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The rise of parent power

As parental influence increases at the expense of local authorities and education professionals, Stephen Exley asks what it means for the heads, teachers and pupils caught up in this tug of war

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As parental influence increases at the expense of local authorities and education professionals, Stephen Exley asks what it means for the heads, teachers and pupils caught up in this tug of war

When Tracey Best found out that St Colette's - the school attended by her son, Adam - was to close, she was devastated. With a third of its places unfilled, the company running the 90-year-old prep school proclaimed that "pupil numbers and new enquiries for places have proved insufficient [for the school] to operate viably".

"The parents were heartbroken," Best says. "St Colette's was such a lovely school - it had a great atmosphere. We didn't want it to die." And despite professional warnings that it was not a financially feasible proposition, a core group of five parents was determined that the school's ethos should live on.

"We had no idea about how to run a school," Best candidly admits. But they learned quickly: just five months later, in time for the start of the academic year, the group of Cambridge parents opened a new school from scratch. They managed to raise pound;40,000 to fund the project - appropriately named the Phoenix School - and recruited 10 employees who had been made redundant from St Colette's.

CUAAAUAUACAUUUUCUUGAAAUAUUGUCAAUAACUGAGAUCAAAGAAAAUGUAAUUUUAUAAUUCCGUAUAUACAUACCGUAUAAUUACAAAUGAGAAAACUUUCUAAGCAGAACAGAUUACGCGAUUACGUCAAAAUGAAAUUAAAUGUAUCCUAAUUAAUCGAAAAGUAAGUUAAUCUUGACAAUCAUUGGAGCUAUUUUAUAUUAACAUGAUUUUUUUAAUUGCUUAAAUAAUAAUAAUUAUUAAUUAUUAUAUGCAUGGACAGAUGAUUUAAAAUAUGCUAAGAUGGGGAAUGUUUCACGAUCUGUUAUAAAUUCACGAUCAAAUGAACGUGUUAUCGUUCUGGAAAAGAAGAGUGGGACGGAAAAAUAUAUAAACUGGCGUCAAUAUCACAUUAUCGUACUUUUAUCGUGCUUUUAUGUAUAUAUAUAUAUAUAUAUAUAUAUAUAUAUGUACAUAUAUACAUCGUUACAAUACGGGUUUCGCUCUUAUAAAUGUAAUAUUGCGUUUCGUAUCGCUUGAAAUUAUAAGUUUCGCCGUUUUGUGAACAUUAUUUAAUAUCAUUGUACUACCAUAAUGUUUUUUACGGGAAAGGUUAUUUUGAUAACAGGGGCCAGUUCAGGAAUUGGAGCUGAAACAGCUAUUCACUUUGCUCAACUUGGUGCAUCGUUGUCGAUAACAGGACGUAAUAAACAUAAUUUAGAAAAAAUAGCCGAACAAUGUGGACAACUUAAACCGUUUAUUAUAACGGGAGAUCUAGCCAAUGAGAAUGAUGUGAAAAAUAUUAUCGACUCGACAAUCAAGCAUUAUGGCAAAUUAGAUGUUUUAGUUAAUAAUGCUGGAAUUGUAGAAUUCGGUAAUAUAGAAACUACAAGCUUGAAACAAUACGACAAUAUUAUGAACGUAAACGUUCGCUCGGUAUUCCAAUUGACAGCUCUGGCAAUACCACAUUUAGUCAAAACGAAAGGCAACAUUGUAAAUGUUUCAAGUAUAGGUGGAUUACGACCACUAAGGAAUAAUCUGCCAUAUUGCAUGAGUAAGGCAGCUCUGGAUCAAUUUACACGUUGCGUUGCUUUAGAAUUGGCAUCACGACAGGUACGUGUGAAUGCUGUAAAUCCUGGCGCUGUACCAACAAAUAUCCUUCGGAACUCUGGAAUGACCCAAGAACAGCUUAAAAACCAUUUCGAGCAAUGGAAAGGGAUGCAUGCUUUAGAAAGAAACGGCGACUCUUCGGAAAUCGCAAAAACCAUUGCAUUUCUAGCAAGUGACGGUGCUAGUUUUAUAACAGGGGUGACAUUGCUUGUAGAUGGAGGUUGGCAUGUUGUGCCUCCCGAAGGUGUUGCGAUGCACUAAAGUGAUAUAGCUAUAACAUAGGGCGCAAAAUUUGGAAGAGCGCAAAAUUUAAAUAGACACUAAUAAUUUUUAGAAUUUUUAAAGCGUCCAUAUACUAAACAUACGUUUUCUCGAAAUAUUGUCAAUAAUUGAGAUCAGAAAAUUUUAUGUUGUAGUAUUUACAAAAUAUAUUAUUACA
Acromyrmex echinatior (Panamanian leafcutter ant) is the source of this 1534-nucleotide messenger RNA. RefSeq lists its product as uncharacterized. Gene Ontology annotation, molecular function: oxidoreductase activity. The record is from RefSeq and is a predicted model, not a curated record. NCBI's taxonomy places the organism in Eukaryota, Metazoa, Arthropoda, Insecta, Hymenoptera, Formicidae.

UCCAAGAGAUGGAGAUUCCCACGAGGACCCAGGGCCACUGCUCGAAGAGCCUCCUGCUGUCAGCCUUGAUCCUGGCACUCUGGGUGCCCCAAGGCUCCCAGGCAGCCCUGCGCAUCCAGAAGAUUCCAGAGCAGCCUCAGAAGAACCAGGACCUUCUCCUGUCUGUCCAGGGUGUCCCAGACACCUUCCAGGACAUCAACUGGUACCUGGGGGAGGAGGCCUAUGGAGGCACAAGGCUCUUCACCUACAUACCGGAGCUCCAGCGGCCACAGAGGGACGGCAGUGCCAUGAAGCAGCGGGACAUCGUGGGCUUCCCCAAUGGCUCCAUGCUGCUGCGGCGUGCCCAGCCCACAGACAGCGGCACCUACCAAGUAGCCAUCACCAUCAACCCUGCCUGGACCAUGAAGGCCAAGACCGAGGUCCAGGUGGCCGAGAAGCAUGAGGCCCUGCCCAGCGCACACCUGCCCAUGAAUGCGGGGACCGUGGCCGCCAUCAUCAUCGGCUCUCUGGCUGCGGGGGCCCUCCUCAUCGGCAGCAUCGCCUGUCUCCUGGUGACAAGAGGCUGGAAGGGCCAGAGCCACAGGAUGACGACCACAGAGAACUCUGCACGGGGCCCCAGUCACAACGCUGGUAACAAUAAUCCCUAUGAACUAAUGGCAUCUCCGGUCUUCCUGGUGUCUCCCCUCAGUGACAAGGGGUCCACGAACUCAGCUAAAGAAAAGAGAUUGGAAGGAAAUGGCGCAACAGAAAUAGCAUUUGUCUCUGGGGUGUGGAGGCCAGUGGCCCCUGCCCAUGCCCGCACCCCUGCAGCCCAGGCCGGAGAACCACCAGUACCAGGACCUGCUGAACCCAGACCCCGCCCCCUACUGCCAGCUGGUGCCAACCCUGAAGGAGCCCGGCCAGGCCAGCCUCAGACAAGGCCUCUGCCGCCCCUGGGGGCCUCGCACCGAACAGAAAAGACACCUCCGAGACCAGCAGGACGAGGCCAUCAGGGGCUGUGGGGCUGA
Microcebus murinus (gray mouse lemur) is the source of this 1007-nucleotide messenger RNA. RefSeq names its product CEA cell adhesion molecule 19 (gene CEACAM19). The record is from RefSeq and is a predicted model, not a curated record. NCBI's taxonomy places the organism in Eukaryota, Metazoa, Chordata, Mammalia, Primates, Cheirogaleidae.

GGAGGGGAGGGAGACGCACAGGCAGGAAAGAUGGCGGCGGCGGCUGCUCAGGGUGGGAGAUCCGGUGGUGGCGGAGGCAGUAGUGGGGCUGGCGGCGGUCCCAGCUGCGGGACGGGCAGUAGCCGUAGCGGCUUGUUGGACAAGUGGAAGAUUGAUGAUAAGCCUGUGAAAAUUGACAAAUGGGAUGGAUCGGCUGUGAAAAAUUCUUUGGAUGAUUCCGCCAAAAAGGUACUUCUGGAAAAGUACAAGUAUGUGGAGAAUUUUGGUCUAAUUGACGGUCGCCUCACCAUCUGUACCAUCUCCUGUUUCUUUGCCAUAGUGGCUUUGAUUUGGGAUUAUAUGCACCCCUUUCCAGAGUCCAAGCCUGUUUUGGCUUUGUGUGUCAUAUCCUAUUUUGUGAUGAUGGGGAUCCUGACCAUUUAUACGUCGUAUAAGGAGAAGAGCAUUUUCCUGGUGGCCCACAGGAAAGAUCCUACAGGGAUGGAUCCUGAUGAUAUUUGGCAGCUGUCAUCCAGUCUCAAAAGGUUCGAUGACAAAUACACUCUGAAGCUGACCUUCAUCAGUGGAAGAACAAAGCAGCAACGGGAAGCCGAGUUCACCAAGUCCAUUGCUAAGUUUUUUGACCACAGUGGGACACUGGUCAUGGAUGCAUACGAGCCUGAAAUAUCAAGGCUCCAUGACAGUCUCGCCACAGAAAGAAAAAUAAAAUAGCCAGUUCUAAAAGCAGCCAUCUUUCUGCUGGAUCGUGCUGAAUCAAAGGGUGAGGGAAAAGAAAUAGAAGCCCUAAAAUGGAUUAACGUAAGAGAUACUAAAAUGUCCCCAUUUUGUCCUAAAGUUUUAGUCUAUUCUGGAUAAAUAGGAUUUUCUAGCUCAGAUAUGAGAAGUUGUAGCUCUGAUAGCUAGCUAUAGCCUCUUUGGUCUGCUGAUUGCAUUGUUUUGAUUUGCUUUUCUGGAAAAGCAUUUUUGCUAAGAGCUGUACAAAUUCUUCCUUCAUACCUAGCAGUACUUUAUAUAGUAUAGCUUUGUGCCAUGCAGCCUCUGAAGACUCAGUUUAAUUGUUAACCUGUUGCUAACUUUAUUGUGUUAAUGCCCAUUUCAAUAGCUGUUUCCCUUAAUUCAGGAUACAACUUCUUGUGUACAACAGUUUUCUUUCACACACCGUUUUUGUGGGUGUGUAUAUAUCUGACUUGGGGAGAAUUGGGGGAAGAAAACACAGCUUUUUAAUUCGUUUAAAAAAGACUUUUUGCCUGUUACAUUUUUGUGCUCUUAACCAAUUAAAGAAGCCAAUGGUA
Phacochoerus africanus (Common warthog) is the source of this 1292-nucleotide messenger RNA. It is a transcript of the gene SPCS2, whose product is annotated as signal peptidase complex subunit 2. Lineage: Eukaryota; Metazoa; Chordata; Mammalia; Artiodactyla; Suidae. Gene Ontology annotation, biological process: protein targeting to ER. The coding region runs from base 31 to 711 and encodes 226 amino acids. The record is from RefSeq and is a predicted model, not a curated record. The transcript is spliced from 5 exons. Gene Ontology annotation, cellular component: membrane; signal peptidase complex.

"It's the most rewarding thing I have ever done," Best smiles. The apparent fairy tale does not end there. The Phoenix's roll has almost doubled since it opened; 18 months on, the school is planning to quadruple in size and expand its age range. It was rated good by Ofsted in its first inspection. The story goes to show that, sometimes at least, mum really does know best.

While a single success story involving a tiny independent school may seem to have little bearing on the national educational landscape, the fall of St Colette's and the rise of the Phoenix mirrors a shift in government policy towards giving parents a more hands-on role in shaping the education of their children than ever before.

Most prominent is the introduction of free schools, allowing groups of parents to band together and apply to open their own schools. Similarly, Ofsted has set up a new website for parents to rate their child's school, with negative ratings potentially triggering an inspection. Parents have also been encouraged to make use of their power to appeal against schools' admissions policies. Long gone are the days when the majority of parents turned up unquestioningly at the school gates, dumped their kids and headed off.

You can read the full article in the January 27 issue of TES

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